When Prince died without leaving a will his estate became subject to the requirements of the probate court. One of the first things the probate court asks for is an inventory of one’s assets. The value of an estate has to be established, and this is done by having a professional appraiser (called a probate referee) assign a dollar value to the deceased person’s real estate and personal property. This inventory of personal and real property, along with its corresponding values is known as the “Inventory and Appraisal” and must be submitted to the court in every probate.
In Prince’s case the company overseeing his estate has only begun to submit the asset inventory to the Carver County District Court. Much of the estate value hasn’t yet been established.
Part of the reason for the partial inventory and appraisal is due to the complexity of assessing Prince’s vast estate. Prince kept unreleased recordings and videos in his personal vault and owned several companies that have yet to be valued. In addition, personal effects such as his motorcycles, a 2006 Bentley, jewelry, musical instruments and many more items have not been appraised.
What property is on Prince’s Inventory and Appraisal so far?
- Real estate worth approximately $25 million
- Cash in 4 bank accounts
- Gold bars
In Prince’s case the Bremer Trust has thus far been overseeing his estate as Special Administrator. The Administrator (called the executor when a will exists) is responsible for compiling and submitting the Inventory and Appraisal, along with the assistance of his/her attorney.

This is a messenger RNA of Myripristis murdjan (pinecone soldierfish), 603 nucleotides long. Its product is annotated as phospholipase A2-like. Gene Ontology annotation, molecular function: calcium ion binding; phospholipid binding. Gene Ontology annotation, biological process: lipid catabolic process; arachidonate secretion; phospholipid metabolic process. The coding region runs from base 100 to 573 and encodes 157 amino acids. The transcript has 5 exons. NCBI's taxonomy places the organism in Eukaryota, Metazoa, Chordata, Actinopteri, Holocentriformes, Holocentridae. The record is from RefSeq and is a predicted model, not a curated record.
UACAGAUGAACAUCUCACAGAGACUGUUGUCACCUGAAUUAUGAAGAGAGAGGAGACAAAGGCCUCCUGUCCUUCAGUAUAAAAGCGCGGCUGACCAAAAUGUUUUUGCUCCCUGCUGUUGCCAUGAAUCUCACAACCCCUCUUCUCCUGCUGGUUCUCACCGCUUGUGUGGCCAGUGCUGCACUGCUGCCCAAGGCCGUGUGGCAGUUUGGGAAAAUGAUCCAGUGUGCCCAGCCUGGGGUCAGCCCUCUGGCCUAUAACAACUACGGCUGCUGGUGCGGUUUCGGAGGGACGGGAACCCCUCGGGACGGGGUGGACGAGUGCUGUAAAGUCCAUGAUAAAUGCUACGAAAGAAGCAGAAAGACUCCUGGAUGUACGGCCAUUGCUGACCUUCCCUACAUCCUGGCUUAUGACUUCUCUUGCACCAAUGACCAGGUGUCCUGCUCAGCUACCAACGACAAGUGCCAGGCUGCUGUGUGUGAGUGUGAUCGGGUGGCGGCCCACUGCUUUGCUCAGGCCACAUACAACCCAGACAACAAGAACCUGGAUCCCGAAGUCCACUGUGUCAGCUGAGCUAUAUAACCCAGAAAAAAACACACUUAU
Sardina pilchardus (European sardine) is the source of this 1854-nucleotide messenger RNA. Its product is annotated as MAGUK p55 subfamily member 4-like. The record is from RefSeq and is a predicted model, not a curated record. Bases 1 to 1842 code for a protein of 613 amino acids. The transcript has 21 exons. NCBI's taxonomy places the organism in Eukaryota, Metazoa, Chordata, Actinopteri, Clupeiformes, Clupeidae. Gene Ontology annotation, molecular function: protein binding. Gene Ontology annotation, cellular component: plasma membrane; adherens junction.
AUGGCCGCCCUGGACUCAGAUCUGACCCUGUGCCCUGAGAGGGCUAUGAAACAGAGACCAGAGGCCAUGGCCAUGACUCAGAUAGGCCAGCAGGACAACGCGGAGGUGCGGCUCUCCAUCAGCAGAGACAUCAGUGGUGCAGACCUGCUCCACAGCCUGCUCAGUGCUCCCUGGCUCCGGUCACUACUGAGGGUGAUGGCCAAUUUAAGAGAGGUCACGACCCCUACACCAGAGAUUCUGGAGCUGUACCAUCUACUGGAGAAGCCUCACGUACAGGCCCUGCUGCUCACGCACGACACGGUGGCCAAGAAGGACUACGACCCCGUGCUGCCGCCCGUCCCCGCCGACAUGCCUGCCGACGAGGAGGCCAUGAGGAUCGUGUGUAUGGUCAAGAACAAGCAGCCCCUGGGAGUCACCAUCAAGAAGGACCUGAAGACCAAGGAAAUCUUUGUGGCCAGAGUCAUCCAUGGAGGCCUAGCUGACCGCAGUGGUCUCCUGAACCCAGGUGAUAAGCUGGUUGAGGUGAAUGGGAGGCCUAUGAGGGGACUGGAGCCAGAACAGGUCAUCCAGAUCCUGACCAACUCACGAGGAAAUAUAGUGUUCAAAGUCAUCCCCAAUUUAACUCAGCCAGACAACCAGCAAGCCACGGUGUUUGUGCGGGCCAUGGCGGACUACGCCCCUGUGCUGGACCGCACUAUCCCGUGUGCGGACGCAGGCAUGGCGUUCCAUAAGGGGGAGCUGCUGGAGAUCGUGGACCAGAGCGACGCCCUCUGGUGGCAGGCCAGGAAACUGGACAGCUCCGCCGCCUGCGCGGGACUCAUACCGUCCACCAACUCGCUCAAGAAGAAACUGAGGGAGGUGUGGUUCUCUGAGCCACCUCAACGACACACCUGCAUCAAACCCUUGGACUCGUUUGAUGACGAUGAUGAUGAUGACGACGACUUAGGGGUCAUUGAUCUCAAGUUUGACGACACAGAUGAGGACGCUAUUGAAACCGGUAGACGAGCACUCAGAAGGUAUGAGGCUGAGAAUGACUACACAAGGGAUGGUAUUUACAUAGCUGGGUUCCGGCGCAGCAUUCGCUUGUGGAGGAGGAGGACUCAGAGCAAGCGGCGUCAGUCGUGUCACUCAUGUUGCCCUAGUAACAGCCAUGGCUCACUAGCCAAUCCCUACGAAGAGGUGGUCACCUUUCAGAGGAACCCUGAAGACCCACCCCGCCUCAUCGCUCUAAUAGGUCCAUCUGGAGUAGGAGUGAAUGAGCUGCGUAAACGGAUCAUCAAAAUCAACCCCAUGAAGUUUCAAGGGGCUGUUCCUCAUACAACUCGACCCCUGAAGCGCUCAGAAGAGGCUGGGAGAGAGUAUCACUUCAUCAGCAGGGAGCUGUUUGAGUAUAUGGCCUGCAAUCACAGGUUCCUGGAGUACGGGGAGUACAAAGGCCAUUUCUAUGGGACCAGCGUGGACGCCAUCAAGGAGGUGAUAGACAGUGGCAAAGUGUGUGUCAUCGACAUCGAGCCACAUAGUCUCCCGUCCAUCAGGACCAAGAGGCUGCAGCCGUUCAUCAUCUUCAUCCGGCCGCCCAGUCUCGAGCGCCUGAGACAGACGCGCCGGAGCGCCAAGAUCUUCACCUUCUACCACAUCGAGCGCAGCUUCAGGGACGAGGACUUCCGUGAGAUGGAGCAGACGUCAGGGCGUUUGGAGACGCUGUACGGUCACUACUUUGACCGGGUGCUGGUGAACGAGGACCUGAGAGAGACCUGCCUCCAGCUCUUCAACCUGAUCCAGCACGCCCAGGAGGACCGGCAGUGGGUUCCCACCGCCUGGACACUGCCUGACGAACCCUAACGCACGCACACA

This aspect of dealing with the assets of a probate is just one of the responsibilities of the representative to the court. Other responsibilities include the payment of debts, taxes and liabilities of the estate and the distribution of the remaining assets to the persons entitled to receive them.
Why is it taking so long to submit a completed Inventory and Appraisal for Prince’s Estate?
As outlined above, part of the reason for this is the complexity and extent of Prince’s assets. Another reason is that Bremer Trust has reportedly asked to resign their position as Special Administrator and as such, the Minnesota court is in the middle of choosing a new Administrator for Prince’s estate. –
The appointment of a new Administrator has sparked yet more litigation in an already complicated probate, with Prince’s siblings in disagreement with who should be appointed. One proposed Administrator is New York entertainment attorney L. Londell McMillan, who represented Michael Jackson’s mother in his estate. Filings by Randy Jackson assert that McMillan did not act in Katherine Jackson’s best interest at all times, but was interested in personal financial gain instead. Furthermore, McMillan already gets a 10% cut of contracts signed by the estate – presenting a potential conflict of interest.
Were Prince’s estate being probated in Contra Costa County, I believe the Court would be most likely to appoint a neutral third party, such as a group of professional fiduciaries, or a trusted bank who had the resources to manage his vast estate. In the midst of litigation, the Court often will turn to a neutral third party, rather than choosing an Administrator whose appointment is contested by one party.
Does this sound complicated? In Prince’s case, the complications are almost unceasing as many individuals have come forth as potential heirs, there is disagreement about the Estate’s administrator, and litigation pending with the current Administrator. Nevertheless, even in the simplest of estates, the process of probate takes time and costs money. For residents of California (and most other states), a Trust is usually the simplest and least costly way to distribute one’s assets.